Doubts over the work’s attribution to Lucas Cranach the Elder prompted French authorities to seize it in March this year as part of a judicial investigation into a string of potential fake Old Master paintings. The Paris magistrate overseeing the investigation commissioned French technical experts to undertake a detailed examination and analysis of the contested painting. Now the Princely Collections of Liechtenstein which owns the ‘Venus’ has released a document online offering their own interpretation of the expert findings and dismissing the suggestion that it is a fake.
The document records a meeting which took place on 19 October 2016 at which the director and head of conservation of the Liechtenstein Collections presented their observations on the contested painting to the French expert committee. Their observations address various questions raised by the experts in relation to the work including the pigments used, the date of the oak panel and variation in the craquelé. While recognising the credibility of the scientific team’s research, the Liechtenstein Collections took a divergent view on the interpretation of the results. According to the online statement it ‘arrived at the clear conclusion that the present panel of “Venus” can by no means be considered a recent forgery’.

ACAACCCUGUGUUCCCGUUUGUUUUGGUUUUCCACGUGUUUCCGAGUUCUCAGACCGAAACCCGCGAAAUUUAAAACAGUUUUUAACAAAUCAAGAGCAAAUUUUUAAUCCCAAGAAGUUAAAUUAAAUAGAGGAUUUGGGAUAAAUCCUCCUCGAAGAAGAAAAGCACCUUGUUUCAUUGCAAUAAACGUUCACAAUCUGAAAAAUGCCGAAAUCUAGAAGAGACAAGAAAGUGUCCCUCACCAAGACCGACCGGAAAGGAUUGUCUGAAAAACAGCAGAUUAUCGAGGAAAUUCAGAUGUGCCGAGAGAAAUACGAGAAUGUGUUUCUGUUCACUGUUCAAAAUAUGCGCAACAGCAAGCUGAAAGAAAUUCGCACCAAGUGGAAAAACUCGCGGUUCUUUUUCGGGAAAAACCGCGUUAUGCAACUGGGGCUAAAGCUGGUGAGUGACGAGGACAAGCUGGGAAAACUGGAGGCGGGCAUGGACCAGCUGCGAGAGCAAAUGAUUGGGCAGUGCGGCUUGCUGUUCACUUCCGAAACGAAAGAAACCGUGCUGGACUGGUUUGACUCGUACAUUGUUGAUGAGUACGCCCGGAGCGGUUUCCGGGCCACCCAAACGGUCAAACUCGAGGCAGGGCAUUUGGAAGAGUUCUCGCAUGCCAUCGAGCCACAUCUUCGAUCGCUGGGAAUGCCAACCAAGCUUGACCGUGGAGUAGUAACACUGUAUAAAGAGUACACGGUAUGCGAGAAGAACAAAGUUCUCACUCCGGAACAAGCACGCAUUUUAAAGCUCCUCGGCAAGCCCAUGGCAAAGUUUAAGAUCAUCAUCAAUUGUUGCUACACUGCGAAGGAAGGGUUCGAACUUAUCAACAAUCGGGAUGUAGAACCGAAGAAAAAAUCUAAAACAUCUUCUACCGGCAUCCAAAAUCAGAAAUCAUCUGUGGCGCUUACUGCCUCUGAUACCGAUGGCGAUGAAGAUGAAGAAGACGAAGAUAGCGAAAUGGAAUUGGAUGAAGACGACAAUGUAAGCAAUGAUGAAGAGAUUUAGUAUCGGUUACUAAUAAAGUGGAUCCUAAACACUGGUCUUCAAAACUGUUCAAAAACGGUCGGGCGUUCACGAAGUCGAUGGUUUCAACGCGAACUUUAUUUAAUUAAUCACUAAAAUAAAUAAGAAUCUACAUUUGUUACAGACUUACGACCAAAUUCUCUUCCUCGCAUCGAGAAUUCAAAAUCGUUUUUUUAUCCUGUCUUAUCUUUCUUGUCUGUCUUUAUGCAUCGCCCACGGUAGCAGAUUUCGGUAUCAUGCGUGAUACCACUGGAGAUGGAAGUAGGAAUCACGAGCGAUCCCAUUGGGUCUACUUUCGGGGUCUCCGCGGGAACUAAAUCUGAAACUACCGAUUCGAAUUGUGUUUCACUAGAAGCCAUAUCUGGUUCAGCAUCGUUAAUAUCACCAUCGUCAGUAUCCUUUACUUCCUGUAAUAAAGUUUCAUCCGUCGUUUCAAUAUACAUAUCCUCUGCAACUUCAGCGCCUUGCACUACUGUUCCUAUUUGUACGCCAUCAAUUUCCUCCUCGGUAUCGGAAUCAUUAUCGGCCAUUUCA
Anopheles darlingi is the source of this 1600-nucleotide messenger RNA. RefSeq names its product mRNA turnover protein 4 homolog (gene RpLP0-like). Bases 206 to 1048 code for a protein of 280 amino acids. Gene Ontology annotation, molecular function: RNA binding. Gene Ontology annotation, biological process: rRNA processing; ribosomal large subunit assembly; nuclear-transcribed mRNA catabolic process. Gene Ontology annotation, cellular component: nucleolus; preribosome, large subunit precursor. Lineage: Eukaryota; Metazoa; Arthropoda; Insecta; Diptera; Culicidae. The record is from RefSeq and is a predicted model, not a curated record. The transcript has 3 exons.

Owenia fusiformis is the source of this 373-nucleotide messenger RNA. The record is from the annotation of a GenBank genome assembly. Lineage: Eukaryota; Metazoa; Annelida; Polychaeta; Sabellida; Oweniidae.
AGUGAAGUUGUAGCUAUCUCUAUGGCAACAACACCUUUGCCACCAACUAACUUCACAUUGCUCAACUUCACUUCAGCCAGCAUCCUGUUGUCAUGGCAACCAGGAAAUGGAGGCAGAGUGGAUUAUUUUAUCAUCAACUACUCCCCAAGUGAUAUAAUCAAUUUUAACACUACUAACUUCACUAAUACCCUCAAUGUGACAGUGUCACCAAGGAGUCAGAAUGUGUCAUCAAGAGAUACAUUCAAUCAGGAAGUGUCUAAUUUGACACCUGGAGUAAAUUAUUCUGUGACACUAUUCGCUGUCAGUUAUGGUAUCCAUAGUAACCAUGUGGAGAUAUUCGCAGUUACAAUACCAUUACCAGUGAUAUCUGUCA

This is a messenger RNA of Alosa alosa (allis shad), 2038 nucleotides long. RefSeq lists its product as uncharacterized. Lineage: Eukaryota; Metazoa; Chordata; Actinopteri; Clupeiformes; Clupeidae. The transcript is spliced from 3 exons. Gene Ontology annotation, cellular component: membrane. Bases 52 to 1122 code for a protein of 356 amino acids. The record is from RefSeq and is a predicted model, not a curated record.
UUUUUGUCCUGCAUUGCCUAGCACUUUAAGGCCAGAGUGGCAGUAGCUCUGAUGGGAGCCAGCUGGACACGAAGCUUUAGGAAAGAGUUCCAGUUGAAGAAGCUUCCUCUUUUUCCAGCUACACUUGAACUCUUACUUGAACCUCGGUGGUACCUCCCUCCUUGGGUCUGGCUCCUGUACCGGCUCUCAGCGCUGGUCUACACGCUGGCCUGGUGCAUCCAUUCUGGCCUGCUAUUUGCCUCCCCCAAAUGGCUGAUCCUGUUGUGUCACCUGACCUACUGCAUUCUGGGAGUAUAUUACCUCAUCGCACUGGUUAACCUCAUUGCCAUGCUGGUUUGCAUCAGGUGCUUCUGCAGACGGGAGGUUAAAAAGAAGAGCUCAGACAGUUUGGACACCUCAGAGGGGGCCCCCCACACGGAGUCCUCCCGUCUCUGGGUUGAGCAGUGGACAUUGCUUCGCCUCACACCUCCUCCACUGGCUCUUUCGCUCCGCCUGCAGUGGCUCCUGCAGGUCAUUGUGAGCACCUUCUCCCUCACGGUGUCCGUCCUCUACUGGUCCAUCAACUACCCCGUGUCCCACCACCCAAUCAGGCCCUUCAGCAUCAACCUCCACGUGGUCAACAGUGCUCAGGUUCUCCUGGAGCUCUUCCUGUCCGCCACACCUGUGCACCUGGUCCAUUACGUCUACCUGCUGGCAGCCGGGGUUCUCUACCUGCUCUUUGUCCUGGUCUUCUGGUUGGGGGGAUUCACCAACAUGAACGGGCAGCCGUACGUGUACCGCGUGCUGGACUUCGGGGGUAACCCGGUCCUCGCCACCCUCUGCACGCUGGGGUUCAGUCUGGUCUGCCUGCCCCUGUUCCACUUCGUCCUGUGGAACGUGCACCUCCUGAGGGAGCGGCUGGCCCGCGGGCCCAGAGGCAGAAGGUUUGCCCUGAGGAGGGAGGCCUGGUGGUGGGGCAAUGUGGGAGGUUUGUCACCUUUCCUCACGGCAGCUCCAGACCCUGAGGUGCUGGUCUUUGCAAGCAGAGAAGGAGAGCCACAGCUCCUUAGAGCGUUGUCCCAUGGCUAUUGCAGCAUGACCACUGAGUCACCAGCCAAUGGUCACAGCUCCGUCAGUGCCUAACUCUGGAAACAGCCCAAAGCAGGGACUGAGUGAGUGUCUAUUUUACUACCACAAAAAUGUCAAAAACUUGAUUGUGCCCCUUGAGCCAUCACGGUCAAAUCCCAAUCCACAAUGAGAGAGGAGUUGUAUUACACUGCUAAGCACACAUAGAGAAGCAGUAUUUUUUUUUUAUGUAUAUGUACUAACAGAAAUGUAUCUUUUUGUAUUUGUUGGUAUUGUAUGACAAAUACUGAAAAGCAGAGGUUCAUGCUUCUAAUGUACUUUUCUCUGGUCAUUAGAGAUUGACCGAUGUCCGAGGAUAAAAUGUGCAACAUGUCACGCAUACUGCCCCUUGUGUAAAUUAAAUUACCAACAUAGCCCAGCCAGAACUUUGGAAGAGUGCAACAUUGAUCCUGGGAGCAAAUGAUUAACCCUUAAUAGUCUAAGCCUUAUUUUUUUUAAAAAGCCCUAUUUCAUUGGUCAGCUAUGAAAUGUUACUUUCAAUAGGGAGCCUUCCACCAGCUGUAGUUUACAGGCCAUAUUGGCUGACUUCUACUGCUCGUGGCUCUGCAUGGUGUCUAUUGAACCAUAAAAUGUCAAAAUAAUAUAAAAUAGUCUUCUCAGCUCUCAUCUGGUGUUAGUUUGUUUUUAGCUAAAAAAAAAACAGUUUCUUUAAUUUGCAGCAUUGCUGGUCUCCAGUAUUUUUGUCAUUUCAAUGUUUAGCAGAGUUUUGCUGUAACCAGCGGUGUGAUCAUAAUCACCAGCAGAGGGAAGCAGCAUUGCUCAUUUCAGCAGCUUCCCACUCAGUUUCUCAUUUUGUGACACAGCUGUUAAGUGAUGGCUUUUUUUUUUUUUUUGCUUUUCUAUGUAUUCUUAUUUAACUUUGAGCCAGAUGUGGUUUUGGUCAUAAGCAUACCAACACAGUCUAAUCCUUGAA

This latest contribution to the attribution debate contrasts with two recent expert analyses presented to the Liechtenstein Collections just over a fortnight ago. The first is a report by art historian Dieter Koepplin declaring the ‘Venus’ to be a forgery. The second is a statement given to French police in September this year by Cranach scholar Gunnar Heydenreich in which he reaches the same conclusion. Despite these findings, the Liechtenstein Collections are holding fast to their belief that the painting is an authentic Cranach.
Purchased by the Liechtenstein Collections from dealers Bernheimer/Colnaghi for €7 million (£6.24 million) in 2013, the disputed ‘Venus’ is one of several paintings currently under investigation by French authorities. Up to 25 forgeries of Old Master works including a Saint Jerome by Parmigianino and a portrait by Frans Hals may be in circulation.
It remains unclear when details of the French judicial investigation into the suspected forgeries will be revealed to the public. We will update you with any developments.